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Divorce query - can ex wife demand this?

(51 Posts)
WildwestWind Thu 08-Jan-15 19:31:02

have name changed for this query.
Have lived with partner for a year in my house. Partner buys food and I pay for everything else re household expenses whilst his divorce is going through.
Partner gives ex wife and two children (13 and 9) three quarters of his salary and keeps one quarter for himself.
Financial settlement is being discussed and has been amicable so far but now ex wife's solicitor is demanding to know my income and financial position 'as it could affect support for wife and children.'
I'm a widow and don't have any dependent children. Both me and my partner work full time, ex wife hasn't worked for 20 years.
Any ideas if I will need to contribute to support them?

oldestmumaintheworld Thu 08-Jan-15 19:33:20

Yes, you do

oldestmumaintheworld Thu 08-Jan-15 19:34:30

Sorry posted too soon, what I meant to say was yes, you do have to tell the solicitor. I don't think it's fair either but that's the way it is.

OldLadyKnows Thu 08-Jan-15 19:36:10

No, you won't. And don't be intimidated by "the solicitor" asking/demanding, solicitors do what their client tells them to do, and a letter from a solicitor has no more importance than one direct from the ex.

Are you sure it's all amicable? Because that sounds a bit aggressive to me.

WildwestWind Thu 08-Jan-15 19:44:56

So two different responses - it's so confusing.
Old lady - well it's been amicable so far as ex wife he not suffered financially since partner left her but I guess it could get rough as the nitty gritty is decided.
Partner is fully willing to support ex wife for a reasonable time and the children for ever but I don't understand why my income is relevant

yummytummy Thu 08-Jan-15 19:56:34

Its relevant as you are a two income household. Not sure if exwife has a partner but if not as kids with her, her needs are considered especially as you have no children

traviata Thu 08-Jan-15 19:57:24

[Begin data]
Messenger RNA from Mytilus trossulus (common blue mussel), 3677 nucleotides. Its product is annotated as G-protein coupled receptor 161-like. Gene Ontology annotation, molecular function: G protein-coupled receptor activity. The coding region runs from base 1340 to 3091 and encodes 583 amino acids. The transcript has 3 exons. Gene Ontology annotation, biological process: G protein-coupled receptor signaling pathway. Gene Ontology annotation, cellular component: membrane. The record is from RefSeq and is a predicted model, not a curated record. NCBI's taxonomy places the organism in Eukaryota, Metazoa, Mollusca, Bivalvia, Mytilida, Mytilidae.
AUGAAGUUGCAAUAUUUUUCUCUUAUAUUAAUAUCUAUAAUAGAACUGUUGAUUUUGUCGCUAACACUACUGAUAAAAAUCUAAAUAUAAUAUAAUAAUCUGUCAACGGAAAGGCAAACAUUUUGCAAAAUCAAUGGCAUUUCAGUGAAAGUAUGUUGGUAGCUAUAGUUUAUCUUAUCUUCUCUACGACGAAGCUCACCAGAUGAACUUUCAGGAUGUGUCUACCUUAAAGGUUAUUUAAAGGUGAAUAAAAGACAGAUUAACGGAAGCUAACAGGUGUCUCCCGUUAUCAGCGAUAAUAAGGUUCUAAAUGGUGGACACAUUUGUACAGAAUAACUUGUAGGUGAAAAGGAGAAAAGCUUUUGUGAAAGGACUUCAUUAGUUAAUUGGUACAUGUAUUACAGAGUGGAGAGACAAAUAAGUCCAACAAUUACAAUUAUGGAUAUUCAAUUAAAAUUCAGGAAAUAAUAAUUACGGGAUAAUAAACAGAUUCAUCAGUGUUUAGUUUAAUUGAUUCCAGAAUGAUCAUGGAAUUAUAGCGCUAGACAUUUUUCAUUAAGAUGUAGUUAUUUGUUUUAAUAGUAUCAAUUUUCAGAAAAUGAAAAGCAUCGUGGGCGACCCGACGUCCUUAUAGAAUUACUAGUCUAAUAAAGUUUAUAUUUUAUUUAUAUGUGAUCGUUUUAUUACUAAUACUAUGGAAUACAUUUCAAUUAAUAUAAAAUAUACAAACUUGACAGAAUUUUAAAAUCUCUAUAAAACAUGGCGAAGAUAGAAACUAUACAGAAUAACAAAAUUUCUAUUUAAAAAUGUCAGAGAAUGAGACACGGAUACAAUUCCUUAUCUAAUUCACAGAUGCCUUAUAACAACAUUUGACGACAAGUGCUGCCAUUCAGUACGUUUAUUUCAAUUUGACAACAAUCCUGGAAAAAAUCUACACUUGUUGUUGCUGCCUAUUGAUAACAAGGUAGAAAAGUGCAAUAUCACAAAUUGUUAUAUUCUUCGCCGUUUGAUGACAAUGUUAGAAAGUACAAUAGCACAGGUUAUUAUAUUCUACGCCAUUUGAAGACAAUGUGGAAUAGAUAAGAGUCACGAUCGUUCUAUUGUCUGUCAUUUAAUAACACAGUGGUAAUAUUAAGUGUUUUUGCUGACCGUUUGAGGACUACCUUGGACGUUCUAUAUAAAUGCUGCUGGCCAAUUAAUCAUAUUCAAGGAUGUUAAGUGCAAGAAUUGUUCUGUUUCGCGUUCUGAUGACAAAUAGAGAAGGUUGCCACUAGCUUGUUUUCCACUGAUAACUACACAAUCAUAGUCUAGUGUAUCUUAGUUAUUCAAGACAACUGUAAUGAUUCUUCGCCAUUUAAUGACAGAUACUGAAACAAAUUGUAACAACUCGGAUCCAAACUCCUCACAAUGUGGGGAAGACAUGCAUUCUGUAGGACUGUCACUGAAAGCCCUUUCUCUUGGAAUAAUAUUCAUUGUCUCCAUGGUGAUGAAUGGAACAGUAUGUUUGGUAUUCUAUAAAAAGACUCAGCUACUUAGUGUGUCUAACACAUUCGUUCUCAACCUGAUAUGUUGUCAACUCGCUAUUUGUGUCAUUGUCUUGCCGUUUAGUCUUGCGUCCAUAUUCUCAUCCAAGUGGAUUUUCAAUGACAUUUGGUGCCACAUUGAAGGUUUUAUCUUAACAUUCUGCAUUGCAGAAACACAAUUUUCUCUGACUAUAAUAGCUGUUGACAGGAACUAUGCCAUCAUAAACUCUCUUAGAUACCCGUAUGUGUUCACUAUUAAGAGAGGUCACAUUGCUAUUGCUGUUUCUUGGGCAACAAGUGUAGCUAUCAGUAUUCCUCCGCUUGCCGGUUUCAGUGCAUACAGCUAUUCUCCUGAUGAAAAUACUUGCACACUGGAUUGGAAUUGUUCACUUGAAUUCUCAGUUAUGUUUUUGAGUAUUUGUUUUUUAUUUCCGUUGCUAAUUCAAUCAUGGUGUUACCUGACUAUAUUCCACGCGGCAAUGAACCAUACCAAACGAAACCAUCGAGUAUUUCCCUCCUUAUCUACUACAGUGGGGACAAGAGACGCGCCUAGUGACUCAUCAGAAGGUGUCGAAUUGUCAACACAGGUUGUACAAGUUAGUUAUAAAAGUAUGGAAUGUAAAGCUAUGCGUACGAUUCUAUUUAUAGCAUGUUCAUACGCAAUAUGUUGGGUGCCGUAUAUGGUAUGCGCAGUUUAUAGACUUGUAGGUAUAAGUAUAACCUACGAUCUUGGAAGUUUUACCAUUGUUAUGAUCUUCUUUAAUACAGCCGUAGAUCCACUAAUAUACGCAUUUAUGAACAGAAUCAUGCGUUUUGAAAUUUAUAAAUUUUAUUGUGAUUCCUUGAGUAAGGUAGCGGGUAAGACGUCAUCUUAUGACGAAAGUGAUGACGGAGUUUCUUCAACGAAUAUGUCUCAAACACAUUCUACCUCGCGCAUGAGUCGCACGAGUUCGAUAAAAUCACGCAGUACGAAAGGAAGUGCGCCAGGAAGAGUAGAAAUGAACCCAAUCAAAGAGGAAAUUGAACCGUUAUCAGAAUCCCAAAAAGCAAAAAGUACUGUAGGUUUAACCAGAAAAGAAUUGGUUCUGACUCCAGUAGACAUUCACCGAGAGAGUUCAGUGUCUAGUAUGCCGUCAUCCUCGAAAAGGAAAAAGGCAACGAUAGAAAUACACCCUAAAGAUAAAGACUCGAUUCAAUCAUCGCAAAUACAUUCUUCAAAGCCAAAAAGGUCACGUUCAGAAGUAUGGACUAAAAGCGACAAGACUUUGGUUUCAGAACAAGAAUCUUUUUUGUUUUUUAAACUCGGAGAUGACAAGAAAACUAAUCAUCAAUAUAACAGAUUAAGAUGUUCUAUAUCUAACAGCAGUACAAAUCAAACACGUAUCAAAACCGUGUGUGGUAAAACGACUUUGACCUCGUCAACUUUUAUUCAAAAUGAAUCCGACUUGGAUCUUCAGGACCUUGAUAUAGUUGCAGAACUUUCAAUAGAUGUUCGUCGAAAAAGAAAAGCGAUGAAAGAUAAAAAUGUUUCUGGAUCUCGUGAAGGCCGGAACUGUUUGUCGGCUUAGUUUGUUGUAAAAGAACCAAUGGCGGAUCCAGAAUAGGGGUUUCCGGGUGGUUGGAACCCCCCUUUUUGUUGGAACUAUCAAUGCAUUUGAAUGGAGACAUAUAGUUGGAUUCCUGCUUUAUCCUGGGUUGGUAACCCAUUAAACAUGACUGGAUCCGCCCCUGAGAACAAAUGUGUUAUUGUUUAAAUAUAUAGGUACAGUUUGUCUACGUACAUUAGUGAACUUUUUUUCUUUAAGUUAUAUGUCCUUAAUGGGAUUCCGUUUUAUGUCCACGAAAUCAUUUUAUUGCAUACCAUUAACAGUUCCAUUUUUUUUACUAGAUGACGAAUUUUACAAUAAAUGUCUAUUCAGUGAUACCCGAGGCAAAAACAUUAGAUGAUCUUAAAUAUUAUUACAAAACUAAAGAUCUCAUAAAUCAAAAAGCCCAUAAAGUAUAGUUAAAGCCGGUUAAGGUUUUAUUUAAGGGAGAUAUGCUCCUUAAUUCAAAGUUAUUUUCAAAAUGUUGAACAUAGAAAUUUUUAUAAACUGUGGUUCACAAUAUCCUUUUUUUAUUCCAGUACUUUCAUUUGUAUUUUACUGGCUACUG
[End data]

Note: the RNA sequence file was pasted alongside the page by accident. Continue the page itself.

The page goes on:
You do not have to tell anyone anything. Your Partner has an absolute duty to disclose full details of his financial situation, which includes whatever he knows about your finances. It would ludicrous for him to say he has no idea, because for example he knows that you work full time, what you do, and he will know who pays for what as between you. Your income is relevant because it shows whether you are likely to be able to continue to contribute; but you don't have to give details.

It would be reasonable for you to say, for example, "I earn £28k p/a net", and don't specify any more than that.

No you will not have to contribute to support his ex; but your partner's ability to contribute will be assessed based on his new household finances, including your contributions to your shared household costs. So eg if you pay the mortgage on the house that your partner now lives in with you, and you pay council tax etc, or regularly treat him to holidays, those outgoings should not be totted up in deciding what partner's available income is for provision for his ex.

loudarts Thu 08-Jan-15 20:01:16

Not during divorce but calculating dh maintenance for dss on the form he had to put the amount I was contributing to household bills but not the actual amount I was earning

OldLadyKnows Thu 08-Jan-15 20:02:04

Yes, I x-posted with oldestmum. It used to be that your income would have been taken into account by the Child Maintenance lot, but that hasn't been the case for some time. If the CSA/CMS were involved your dp would have to pay 20%* of takehome for his two dc while they are at school, and other financial arrangements (eg, who pays the mortgage on the family home, if any) would be a private arrangement between your dp and his ex, so 75% is extremely generous.